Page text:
2008 This year in music
Our critics' look back at 2008
Royal Hospital Kilmainham
It's not just the best gig of 2008, but the best concert I've ever seen. There was something truly magical about witnessing the 73-year-old icon perform his career-spanning songs to a rapt audience in these lovely environs of Dublin 8. The man's humility and grace was apparent from the off and his spoken-worded version of A Thousand Kisses Deep will live long in the memory. Glorious.
The Magnetic Fields
Vicar Street, Dublin
For a devoted misanthrope, The Magnetic Fields' Stephin Merritt has a curious knack for sending shivers down your spine. Not that you would have guessed this from TMF's intentionally obtuse new album, Distortion -- a collection of sweet, snarky ditties buried beneath a torrent of feedback. Stopping off at Vicar Street in early summer, however, Merritt and his unmerry troupe left the FX pedals at home, revealing the inner beauty beneath Distortion's fuzzbox exterior. Better yet, they did a sublime greatest hits set. There aren't enough curmudgeonly geniuses in pop at moment -- Merritt is a reminder of what we're missing.
My Bloody Valentine
Barrowland Ballroom, Glasgow
It truly was the year of the comeback, as My Bloody Valentine shocked the world by hitting the road. Never a prolific live act back in the day, My Bloody Valentine launched a world tour in London's Roundhouse that stopped off at Electric Picnic. No other show on earth combined sweet melody with sonic ferocity so effectively and beautifully. The first of two shows in Glasgow's famous Barrowland Ballroom was so exquisitely intense I could feel it my gut. Sweet dreams are made of this.
For Emma, Forever Ago
For my appraisal of this marvellous debut and the other best albums of the year, see page 14.
In an era when pop music feels spirit-sappingly safe, let us give praise for an album that dares to be balls-out bonkers. Skipping between alt-rock, funk and psychedelia, Skeletal Lamping is the craziest thing to slither out of our speakers in years. Consider the stand-out song Plastis Wafers, wherein Of Montreal leader Kevin Barnes (actually from Austin, Texas) references Prince, Creedence Clearwater Revival, Ziggy Stardust and the Pet Shop Boys.
The manic genre-hopping can overwhelm and Barnes's psycho-sexual lyrics sound like poorly translated Japanese porn, but that's precisely the point: Skeletal Lamping is a blur of guitar-induced hallucinations -- an antidote to all the 'cutting edge' bilge we get now.
Also on a comeback tip, Portishead released their first studio album in 11 years. Third didn't rely on rehashing former glories, but invented brand new ones, fusing folk, electronica, white noise and Beth Gibbons's astonishing voice in a riveting new career chapter.
Sadly, touring was kept to a bare minimum because of Beth's stage fright (bless!). If only all bands were this good after a lengthy hiatus. Guns n' Roses should've left Chinese Democracy in the can, where it belongs.
BEST IRISH ALBUM
Another Way of Being There
The second album from the Dublin-based electronica and post-rock outfit stood above all others in what was one of the best years this decade for domestic music. For anybody seeking a respite from The Script's slick Maroon 5 routine or Snow Patrol's carefully calibrated stadium bombast, look no further than Halfset's beautiful soundscape that's by turns melancholic and euphoric.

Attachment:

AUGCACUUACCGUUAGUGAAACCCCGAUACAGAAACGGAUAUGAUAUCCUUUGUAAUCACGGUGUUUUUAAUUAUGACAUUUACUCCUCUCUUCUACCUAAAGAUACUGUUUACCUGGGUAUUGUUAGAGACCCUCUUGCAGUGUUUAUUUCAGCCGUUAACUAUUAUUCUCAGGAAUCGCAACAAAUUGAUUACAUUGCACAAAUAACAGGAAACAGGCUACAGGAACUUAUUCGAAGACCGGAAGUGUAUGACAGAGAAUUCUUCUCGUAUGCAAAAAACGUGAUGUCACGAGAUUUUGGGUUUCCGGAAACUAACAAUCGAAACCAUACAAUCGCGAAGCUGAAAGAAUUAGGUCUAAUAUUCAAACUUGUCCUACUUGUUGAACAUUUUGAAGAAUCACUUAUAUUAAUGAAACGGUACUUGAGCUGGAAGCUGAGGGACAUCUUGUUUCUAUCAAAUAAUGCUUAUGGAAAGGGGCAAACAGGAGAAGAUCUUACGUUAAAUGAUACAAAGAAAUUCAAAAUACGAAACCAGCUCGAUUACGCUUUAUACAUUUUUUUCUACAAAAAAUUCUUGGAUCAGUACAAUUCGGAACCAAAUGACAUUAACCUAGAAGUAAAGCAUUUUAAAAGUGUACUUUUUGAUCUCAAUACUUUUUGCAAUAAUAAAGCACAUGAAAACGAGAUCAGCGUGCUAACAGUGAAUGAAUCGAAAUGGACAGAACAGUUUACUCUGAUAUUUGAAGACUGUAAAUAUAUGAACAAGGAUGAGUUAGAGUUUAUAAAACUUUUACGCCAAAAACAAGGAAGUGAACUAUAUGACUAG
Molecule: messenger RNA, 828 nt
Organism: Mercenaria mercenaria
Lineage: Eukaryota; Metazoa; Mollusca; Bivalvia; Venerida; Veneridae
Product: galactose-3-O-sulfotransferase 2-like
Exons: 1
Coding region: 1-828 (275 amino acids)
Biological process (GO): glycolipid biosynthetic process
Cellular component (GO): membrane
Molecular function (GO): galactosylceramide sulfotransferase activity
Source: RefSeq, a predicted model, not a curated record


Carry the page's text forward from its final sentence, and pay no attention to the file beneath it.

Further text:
The first time you listened to Penny Black, it felt a bit like falling backwards into a flotation tank and accidently locking the door behind you. Sure, there was something suspiciously new-agey about its ambient wash of beats and acoustic guitar, but Chequerboard -- aka Sligo-resident Dubliner John Lambert -- knew his way around a killer groove too, underpinning his blissed-out soundscapes with strident, occasionally urgent, breakdowns. It's clear that Lambert has been listening to German electronica: in particular, 'nu-gazers' such as Ulrich Schnauss. But because Penny Black was written in the depths of Connacht rather than Berlin, there's a pastoral sensibility here that is uniquely Irish.
It's heartening that this is a hotly contested category after Roísín Murphy cakewalked it last year. After a series of frustrating delays, the third album by Richie Egan's Jape project was well worth the wait, and then some. Crammed with pop genius, Ritual boasts modern Irish alt-pop anthems in I Was A Man, Phil Lynott, Graveyard and Streetwise. At last, an Irish singer-songwriter to be proud of.
TV on the Radio
There have been some fantastic tracks this year. MGMT provided two in Kids and Time To Pretend, Santogold's LES Artistes was also pretty special, as was Duffy's Mercy. But this opening track from TV on the Radio's superb Dear Science is the song I return to most. Another of theirs, Family Tree, is pretty special too.
You Don't Know Me
Ben Folds (featuring Regina Spektor)
Heartache has never sounded so beautiful. Ben Folds says he tapped Regina Spector to sing backing vocals on the lead single from his new album because she had a voice that sounded "delicate but not girly". It was an inspired piece of sideways logic. Drawing on his recent divorce, the song chronicles a disintegrating relationship in gritty detail yet with a tune you couldn't help humming in the shower. The only disappointment? At time of writing, Folds hasn't found time to include an Irish date on 2009 schedule.
Hercules & Love Affair featuring Antony Hegarty
This propulsive disco monster was by far the most fun to play out. Every spin would ignite the dance floor without fail and anyone who didn't know it always asked what it was. Here's hoping that January's Antony & the Johnsons album will be as good.
BEST IRISH SONG
Maybe This Is Not Love
Jape was a contender in this category for the lovely Phil Lynott and Autamata for Watching The World Go By. But this slice of dreamy power pop has had an odd hold on me ever since his second album The Tiny Pieces Left Behind was released. A beautiful song.
I Heard Wonders
David Holmes's comeback single ought to have carried a public service warning: do not adjust your stereo, the song you are hearing really was written and performed by the last of the superstar DJs. Stepping away from his Mark Ronson-tinged soundtrack work and clattering electronica, the Belfast techno maven mourned the death of his parents on four and half minutes of gorgeous nu-gaze. The results could have been mawkish, but, bathed in Holmes's breathy, half-spoken vocals, I Heard Wonders was the best sort of dirge: it made you grieve for people you never even knew.